Atopy prevention in childhood: the role of diet Prospective 5-year follow-up of high-risk infants with six months exclusive breastfeeding and solid food elimination

Division of Allergic Diseases, University Central Hospital, Helsinki, Finland.
Pediatric Allergy and Immunology (Impact Factor: 3.4). 02/1994; 5(6 Suppl):26-8. DOI: 10.1111/j.1399-3038.1994.tb00344.x
Source: PubMed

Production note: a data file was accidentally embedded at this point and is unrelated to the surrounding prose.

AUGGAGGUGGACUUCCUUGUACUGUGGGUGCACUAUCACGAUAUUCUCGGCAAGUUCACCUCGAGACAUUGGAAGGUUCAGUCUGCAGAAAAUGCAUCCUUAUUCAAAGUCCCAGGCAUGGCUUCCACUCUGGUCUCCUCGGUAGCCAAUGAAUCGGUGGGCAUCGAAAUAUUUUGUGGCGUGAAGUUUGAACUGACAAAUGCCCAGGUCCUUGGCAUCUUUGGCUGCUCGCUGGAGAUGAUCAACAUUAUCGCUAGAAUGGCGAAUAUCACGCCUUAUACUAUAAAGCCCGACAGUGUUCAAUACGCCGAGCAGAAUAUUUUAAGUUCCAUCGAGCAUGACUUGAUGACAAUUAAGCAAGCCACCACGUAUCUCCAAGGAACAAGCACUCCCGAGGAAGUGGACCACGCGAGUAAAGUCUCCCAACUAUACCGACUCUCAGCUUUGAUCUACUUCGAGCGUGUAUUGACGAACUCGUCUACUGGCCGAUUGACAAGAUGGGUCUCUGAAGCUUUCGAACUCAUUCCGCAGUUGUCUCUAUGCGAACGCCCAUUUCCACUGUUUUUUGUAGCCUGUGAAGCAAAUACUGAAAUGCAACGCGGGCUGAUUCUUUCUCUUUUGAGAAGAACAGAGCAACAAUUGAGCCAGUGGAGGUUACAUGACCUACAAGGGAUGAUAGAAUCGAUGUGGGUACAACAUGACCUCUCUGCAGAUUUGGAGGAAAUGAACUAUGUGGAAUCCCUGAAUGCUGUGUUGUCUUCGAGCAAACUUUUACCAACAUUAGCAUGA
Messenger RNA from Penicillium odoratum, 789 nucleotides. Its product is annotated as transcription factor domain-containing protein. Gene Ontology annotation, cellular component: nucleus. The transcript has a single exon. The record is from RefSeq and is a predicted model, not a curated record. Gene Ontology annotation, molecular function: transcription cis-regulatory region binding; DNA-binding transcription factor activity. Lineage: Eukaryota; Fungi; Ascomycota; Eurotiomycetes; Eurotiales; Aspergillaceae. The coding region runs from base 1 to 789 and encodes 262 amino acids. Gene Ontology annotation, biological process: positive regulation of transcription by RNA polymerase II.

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    ABSTRACT: Atopic diseases constitute a common health problem. For infants at hereditary risk, prophylaxis of atopy has been sought in elimination diets and other preventive measures. We followed up healthy infants during their first year, and then at ages 1, 3, 5, 10, and 17 years to determine the effect on atopic disease of breastfeeding. Of the initial 236 infants, 150 completed the follow-up, which included history taking, physical examination, and laboratory tests for allergy. The subjects were divided into three groups: prolonged (> 6 months), intermediate (1-6 months), and short or no (< 1 month) breastfeeding. The prevalence of manifest atopy throughout follow-up was highest in the group who had little or no breastfeeding (p < 0.05, analysis of variance and covariance with repeated measures [ANOVA]). Prevalence of eczema at ages 1 and 3 years was lowest (p = 0.03, ANOVA) in the prolonged breastfeeding group, prevalence of food allergy was highest in the little or no groups (p = 0.02, ANOVA) at 1-3 years, and respiratory allergy was also most prevalent in the latter group (p = 0.01, ANOVA) having risen to 65% at 17 years of age. Prevalences in the prolonged, intermediate, and little or no groups at age 17 were 42 (95% CI 31-52)%, 36 (28-44)%, and 65 (56-74)% (p = 0.02, trend test) for atopy, respectively, and 8 (6-10)%, 23 (21-25)%, and 54 (52-56)% (p = 0.0001, trend test) for substantial atopy. We conclude that breastfeeding is prophylactic against atopic disease--including atopic eczema, food allergy, and respiratory allergy--throughout childhood and adolescence.
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